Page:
Monday, August 18, 2008

Jacko's Navy



I've always assumed that the British Navy of the nineteenth century - the century in which Britain built, and maintained through sea power, the largest empire in history - was one of the greatest military machines of all time. Apparently, I was misinformed. In a chapter on the 19th-century British Navy in his book Dreadnought: Britain, Germany, and the Coming of the Great War (New York, 1991, pp. 373-400), Robert Massie effectively dispelled my impression of the Royal Navy as a sleek, well-disciplined, technologically advanced fighting force. Instead, Massie describes the pre-1900 British Navy as complacent, besotted with Nelsonian dogma, and comically obsessed with cleanliness and polish; its ship captains as an assortment of dandies, megalomaniacs, and eccentrics; and its ships' crews as a pack of half-starved midshipmen and drunks. Massie does this to great comic effect, which I can best capture in glossary form, as follows:

Boiler: What one ship's engineer thought he had turned into, thanks to delirium tremens. The man spent all day on his back, "puffing vigorously" to avoid bursting. (p. 377)

Candle wax: Used by midshipmen to afix pieces of yarn to the backs of cockroaches. The boys would then light the yarn and set the insects to racing each other.

Cleanliness: The highest virtue in the Royal Navy. See Gunnery Practice; HMS Forte; Nightcaps; Watertight Doors

Elephant: Ship's pet on HMS Galatea (1870); brought aboard by Lieutenant Lord Charles Beresford; learned to help raise the mainsail with his trunk; apparently very happy aboard ship once he got over his seasickness.

Fanny Adams: 1) English girl who supposedly disappeared near a British cannery. 2) What British sailors called canned meat.

Gunnery practice: Avoided by most officers and crew, as firing the guns tended to dirty the ships' decks. Also discouraged by the Admiralty, which believed that fighting should occur at close range and that aimed fire was therefore unnecessary.

HMS Forte: One of the cleanest ships in Her Majesty's Navy (ca. 1870), it featured gilt and satin wood facings, "French-polished" gun carriages, and cannonballs "painted blue with a gold band around them and a yellow top." The captain wore numerous finger rings, spent hours grooming himself, and frequently took his midshipmen ashore to play cricket. (pp. 398-99)

Jacko: Name of pet baboon belonging to Captain Marryat of HMS Larne. Frequently pulled buttons off crewmember's uniforms.

Maggot derbies: Another amusement of midshipmen. Pretty much what the name implies.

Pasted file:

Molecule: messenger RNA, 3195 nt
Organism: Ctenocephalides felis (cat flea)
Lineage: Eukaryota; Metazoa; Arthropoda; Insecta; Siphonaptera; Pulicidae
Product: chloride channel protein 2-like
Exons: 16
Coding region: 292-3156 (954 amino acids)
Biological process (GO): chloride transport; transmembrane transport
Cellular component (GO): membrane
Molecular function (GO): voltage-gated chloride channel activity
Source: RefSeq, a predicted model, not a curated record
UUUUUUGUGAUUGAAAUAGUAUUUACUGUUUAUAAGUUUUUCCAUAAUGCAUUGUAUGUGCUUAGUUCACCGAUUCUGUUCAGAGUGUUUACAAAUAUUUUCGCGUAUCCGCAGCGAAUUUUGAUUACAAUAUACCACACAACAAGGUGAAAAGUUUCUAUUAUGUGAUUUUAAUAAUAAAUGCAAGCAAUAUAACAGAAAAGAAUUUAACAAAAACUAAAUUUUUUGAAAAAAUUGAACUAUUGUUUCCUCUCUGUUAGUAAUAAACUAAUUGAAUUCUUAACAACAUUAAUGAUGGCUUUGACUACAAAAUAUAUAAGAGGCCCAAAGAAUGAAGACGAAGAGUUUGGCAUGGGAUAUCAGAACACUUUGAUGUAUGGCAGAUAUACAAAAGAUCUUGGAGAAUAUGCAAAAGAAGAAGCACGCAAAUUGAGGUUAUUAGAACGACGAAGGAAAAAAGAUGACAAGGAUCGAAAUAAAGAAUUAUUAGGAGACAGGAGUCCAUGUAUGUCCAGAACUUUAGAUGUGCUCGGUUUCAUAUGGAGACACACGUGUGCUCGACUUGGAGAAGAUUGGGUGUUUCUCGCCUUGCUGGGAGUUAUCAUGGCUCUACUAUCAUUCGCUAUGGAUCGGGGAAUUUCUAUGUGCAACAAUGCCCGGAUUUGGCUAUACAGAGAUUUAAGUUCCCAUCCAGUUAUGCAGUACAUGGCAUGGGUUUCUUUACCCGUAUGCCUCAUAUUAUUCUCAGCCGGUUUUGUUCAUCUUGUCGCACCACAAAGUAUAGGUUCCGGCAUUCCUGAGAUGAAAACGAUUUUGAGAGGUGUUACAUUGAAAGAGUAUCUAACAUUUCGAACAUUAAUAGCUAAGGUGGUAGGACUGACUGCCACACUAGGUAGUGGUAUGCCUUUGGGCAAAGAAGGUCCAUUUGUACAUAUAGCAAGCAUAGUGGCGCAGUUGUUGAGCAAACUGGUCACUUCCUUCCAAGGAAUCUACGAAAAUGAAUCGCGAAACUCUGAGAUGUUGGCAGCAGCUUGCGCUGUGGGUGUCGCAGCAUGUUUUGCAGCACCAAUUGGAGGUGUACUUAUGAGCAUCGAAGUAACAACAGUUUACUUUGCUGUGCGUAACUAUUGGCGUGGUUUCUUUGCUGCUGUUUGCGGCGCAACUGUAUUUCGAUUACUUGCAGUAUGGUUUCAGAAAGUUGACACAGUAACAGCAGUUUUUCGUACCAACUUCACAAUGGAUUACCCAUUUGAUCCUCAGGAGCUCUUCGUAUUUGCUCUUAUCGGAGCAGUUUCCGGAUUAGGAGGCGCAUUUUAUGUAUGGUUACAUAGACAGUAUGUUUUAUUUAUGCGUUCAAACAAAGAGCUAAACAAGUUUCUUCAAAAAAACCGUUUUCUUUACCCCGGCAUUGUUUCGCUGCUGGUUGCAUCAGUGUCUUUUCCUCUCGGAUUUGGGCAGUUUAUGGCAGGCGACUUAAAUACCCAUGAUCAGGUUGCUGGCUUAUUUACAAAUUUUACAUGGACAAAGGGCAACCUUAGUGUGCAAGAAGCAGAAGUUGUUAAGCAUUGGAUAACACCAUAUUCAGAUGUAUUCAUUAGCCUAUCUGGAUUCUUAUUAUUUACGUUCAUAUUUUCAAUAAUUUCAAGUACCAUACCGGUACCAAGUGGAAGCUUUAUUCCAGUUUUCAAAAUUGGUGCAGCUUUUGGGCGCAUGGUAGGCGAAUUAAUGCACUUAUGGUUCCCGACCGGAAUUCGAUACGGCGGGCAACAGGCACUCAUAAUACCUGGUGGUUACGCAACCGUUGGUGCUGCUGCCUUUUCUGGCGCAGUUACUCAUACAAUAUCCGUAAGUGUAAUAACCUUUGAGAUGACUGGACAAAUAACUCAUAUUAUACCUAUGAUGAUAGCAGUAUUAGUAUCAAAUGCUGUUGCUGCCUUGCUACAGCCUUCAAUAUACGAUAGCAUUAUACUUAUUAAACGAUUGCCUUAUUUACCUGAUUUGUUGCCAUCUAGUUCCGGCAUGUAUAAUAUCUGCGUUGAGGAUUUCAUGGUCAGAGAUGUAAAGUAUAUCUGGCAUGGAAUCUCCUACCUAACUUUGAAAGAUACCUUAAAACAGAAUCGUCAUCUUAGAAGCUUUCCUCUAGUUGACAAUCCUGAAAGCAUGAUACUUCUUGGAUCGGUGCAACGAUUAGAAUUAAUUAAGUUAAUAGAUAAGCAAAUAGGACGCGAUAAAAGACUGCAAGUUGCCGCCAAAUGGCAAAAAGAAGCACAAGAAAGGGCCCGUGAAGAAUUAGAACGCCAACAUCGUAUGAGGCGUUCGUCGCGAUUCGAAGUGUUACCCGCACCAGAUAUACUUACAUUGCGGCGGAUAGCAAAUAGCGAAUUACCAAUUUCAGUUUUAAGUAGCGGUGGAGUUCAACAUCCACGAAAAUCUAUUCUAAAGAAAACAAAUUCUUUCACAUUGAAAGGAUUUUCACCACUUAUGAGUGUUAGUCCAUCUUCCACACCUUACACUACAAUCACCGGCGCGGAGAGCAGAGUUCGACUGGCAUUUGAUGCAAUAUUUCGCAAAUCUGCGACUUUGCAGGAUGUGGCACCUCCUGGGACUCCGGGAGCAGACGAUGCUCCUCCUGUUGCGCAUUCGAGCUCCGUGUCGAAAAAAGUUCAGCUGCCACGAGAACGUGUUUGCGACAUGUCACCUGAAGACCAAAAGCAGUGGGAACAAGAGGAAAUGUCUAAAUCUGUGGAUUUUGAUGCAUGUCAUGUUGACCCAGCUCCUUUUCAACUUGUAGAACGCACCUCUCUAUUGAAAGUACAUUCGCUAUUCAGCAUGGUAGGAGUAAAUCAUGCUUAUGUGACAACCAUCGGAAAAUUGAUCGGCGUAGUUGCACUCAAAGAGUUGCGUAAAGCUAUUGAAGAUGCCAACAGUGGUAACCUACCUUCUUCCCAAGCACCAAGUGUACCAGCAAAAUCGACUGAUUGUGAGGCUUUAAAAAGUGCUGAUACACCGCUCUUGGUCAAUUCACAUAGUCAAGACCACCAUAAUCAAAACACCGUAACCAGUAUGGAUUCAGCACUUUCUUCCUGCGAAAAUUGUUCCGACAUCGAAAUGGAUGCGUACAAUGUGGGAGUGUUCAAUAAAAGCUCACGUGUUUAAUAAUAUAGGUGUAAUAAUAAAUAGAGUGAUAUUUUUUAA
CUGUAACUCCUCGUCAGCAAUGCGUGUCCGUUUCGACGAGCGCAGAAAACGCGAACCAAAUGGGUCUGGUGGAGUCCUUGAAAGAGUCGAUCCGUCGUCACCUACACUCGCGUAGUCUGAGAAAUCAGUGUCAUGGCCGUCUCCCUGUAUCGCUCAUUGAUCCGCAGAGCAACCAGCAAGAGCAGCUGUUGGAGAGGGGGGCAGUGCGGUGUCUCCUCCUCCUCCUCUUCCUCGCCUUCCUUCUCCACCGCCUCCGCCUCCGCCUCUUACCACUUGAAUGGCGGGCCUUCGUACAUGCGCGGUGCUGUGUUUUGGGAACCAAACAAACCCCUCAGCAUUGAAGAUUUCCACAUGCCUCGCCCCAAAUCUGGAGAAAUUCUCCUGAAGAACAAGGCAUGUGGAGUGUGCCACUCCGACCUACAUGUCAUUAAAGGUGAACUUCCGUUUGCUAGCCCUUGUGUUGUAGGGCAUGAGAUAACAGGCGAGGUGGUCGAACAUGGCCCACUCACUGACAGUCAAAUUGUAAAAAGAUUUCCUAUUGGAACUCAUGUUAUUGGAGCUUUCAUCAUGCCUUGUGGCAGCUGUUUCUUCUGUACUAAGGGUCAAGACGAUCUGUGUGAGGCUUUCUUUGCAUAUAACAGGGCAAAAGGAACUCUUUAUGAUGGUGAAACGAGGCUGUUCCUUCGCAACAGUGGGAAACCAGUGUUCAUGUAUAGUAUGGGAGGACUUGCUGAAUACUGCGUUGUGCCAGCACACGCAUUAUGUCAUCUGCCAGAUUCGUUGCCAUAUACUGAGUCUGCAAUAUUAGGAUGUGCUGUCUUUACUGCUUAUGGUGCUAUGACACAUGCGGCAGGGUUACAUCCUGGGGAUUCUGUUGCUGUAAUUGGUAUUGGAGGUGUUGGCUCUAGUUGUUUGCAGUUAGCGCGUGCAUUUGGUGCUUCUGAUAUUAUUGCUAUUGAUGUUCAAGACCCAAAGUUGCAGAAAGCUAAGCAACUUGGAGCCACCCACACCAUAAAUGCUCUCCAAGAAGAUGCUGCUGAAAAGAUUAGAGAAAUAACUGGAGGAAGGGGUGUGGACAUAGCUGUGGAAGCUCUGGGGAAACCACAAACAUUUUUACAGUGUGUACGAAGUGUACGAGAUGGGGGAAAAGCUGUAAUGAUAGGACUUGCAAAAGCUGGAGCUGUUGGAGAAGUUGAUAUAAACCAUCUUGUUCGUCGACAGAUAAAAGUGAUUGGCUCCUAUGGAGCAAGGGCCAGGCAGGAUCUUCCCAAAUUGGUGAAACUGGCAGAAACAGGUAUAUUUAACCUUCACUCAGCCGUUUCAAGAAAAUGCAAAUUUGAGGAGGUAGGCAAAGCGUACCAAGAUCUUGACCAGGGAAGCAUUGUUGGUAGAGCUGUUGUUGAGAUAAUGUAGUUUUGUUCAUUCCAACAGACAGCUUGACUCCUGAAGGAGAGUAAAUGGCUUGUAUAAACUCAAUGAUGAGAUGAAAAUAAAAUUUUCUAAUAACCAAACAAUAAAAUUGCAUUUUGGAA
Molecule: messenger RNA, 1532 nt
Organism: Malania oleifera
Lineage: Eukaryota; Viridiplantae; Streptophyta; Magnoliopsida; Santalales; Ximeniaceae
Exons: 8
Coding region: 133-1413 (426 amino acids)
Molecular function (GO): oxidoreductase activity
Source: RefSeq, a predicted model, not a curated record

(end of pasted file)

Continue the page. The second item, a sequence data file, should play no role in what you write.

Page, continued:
Nightcaps: Small flannel nightcaps were placed on ships' ring bolts to prevent them from becoming dirty or tarnished.

Shot-to-hit ratio: During the bombardment of Alexandria, Egypt (1881), British warships achieved a ratio of 1 hit for every 300 shots. See also Gunnery practice.

Watertight doors: Thanks to RN officers' obsession with cleanliness and "brightwork," these were usually filed and polished so intensely that they ceased to be watertight.

This is a far cry from the "Wooden Ships and Iron Men" of Nelson's age; it is, instead, the sort of navy that Gilbert & Sullivan or Monty Python would have imagined (and did imagine). It was also not the kind of navy that could survive serious competition from another industrial power. After Germany and Britain began their naval arms race in the early 20th century, the R.N., under the command of Admiral John Arbuthnot "Jacky" Fisher, began a series of modernizing reforms. These included a greater emphasis on modern weapons (especially torpedoes and long-range guns), more extensive gunnery training for crewmen, and the systematic cashiering of inefficient or incompetent officers. Jacky's navy was certainly more disciplined than Jacko's navy, but it was also much less colorful.

1 comment:

CHANTAL HACHEM FREEFALLING said...

Well, quite bizarre but not that surprising - seems to be in line with a long history of absurd practices and overconfidence in naval captains and practices, i.e. "The Titanic" and what was the one ship where the men ate from lead cans and got lead poisoning? And died in the Arctic after going mad? Naval history is fascinating - I'll give you that - but rather read about it or watch it on the Discovery Channel than have lived through it!
Chantal